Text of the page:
The second disenfranchising effect has depressed voter turnout because the voters of one party in states that are dominated by the other party would have far less incentive to vote. For example, significant number of the Democratic voters in states like Texas and the Republican voters in states like California did not turn out to vote at all because they knew the election outcome of their state were already predetermined, hence their votes were completely futile and their voice would never be heard. This writer argued that this is one of the key reasons behind America’s consistent lower turnout than most developed countries. Another key hindrance is holding election on a weekday rather than on a weekend, making it particularly burdensome for working people.
The third and final disenfranchising effect has even more profound impact because the Electoral College has consistently reduced the presidential election from a national election of all 50 states to a contest in only a dozen of so-called battleground states. In this 2016 election, the candidates of two major parties heavily campaigned and spent in only 11 states (see Appendix B) which were decided by a margin of 5% or less. These 11 states had total population of 89.2 million or only 28% of national population. This means the other 226.9 million or 72% of the population in 39 states and D.C. never had a chance to meet the candidates, to ask questions and voice their concerns, thereby being relegated to taken-for-granted bystanders.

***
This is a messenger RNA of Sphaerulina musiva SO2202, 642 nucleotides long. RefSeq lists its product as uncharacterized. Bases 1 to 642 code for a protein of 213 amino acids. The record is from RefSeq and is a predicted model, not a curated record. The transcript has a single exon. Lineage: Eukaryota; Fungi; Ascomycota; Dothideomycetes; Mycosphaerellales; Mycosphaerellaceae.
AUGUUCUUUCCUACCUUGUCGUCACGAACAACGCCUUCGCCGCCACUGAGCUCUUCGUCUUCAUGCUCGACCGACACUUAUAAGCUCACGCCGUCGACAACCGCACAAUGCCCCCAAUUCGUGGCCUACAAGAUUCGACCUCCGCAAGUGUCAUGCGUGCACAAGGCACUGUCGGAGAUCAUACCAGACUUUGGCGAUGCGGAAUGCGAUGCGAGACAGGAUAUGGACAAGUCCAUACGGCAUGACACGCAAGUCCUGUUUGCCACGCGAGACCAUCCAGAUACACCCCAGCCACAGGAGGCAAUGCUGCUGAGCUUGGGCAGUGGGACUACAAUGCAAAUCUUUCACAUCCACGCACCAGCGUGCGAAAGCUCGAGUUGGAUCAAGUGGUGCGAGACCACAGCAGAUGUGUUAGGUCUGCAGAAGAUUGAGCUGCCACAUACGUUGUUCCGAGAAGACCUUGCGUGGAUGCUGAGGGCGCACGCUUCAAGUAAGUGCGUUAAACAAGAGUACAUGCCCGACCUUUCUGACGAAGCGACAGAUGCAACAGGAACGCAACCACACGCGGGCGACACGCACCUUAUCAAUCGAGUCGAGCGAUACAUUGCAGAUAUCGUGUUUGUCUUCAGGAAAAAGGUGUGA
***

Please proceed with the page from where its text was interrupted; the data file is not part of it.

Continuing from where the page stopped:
For the Right to Vote to be truly meaningful and our democracy to be functioning, fair and just, (1) every vote must be counted equally rather than one being worth less than the others; (2) every vote must be included in the final tally rather than millions being discarded in the process; (3) every voter must have equal chance to participate and to be heard rather than 72% of the population being completely ignored in the campaign.
The Shameful Injustice
In fact, the 14th Amendment (1868) demands in the Section 5 that “The Congress shall have power to enforce, by appropriate legislation, the provisions of this article.”
However, the Congress, specifically the Republican Party, has for decades deliberately refused to redress this unconscionable injustice inflicted by the Electoral College on all people of the United States.